David's Reviews > Migrant

Migrant by Maxine Trottier
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Nov 24, 11

bookshelves: multicultural, picturebooks

Migrant by Maxine Trottier, illustrated by Isabelle Arsenault is a story told by Anna, the youngest child of Mennonites from Mexico, who have come north to harvest fruit and vegetables.

Anna, the youngest child of low German speaking Mennonite migrant workers from Mexico, often compares her life to animals. At times, Anna feels like a bird, flying north in the Spring and south in the Fall, or like a jackrabbit in an abandoned burrow, since her family occupies an empty farmhouse near the fields, or like a kitten, as she shares a bed with her sisters. Above all Anna wonders what it would be like to be a tree rooted deeply in the earth, watching the seasons come and go, instead of being like a "feather in the wind."

The poignant text describes the migrant experience through the eyes and imagination of a child. Metaphors and similies are beautifully used in Anna's story. Feelings of being different and not understanding different languages are conveyed. An author's note explains the history of Mexican Mennonites, still retaining Canadian citizenship, who return to Canada to harvest crops each year. The conditions that migrants experience are also discussed.

The illustrations were rendered in mixed media: watercolor, gouache, crayons and collage. The imaginative illustrations depict both reality and the vivid imagination of young Anna. The illustrations evoke a childlike feeling as if Anna composed them herself. My favorite images include geese flying with bonnets and hats, Anna imagining herself as a jackrabbit, a giant jackrabbit jumping out a window, the workers as bees, the scenes in the grocery store, Anna riding a giant cricket, and Anna as a tree.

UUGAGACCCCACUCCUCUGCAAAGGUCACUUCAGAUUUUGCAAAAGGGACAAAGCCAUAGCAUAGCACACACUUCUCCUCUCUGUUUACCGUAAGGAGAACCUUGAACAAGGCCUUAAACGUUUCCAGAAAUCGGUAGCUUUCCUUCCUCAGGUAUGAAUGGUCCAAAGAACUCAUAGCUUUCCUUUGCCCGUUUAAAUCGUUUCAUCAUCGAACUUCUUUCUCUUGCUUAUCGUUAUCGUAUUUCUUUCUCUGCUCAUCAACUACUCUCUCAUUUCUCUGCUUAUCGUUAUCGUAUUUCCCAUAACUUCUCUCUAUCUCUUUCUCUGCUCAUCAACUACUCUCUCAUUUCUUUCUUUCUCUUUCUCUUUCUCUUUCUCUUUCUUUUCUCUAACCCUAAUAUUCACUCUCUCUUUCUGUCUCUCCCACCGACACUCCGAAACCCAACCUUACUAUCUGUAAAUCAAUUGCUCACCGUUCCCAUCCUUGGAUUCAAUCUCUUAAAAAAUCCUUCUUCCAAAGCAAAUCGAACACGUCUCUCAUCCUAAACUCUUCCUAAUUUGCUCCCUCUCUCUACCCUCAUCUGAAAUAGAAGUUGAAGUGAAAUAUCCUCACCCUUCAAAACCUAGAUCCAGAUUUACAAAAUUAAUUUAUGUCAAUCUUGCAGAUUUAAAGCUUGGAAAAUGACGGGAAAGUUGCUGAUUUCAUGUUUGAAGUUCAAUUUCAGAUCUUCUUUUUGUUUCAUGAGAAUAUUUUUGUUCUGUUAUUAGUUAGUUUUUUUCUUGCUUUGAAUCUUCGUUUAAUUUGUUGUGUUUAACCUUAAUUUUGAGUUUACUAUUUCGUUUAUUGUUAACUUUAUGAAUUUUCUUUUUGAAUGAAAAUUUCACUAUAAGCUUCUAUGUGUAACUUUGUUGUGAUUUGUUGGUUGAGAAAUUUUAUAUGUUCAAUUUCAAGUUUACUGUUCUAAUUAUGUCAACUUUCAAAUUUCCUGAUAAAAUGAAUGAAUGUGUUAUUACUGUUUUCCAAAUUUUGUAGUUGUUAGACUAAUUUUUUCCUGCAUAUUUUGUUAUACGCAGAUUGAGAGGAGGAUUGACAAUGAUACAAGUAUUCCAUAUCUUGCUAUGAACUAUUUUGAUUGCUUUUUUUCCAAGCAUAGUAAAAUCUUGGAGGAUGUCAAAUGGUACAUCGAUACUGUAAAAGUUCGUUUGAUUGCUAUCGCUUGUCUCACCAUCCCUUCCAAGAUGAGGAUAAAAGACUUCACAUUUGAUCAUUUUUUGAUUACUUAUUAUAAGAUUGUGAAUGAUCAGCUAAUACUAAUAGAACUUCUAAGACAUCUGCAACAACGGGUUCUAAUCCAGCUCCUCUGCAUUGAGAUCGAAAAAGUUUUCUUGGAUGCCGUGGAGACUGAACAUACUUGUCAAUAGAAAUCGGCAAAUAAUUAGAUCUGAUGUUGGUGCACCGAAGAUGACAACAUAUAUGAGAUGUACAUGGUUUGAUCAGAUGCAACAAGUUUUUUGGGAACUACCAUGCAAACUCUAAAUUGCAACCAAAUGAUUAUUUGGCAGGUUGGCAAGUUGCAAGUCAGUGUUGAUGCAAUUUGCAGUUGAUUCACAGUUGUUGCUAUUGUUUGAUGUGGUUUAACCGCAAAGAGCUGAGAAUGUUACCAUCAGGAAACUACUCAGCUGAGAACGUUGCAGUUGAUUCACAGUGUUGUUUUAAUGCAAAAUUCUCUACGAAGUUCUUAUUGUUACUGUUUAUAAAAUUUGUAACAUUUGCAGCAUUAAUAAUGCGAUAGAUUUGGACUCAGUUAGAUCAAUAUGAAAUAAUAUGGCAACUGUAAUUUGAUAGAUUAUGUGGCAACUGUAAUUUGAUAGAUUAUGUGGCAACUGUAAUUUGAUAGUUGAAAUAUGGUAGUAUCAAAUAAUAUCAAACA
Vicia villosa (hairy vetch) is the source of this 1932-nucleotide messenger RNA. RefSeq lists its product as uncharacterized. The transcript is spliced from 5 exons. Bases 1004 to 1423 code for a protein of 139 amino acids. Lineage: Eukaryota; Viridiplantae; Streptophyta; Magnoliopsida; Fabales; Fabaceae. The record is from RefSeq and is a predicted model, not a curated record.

This book is a evocative look at the life of migrant families, and this Mennonite group in particular. It will not only be useful for language study, but can be a springboard for discussion of the migrant experience and their contributions. I appreciated learning about this group of people of which I had not been aware. I highly recommend this for school and public library collections.

For ages 5 to 10, teachers and librarians, multicultural, language, Mennonites, migrants, similies, mataphors, social issues, and fans of Maxine Trottier and Isabelle Arsenault.
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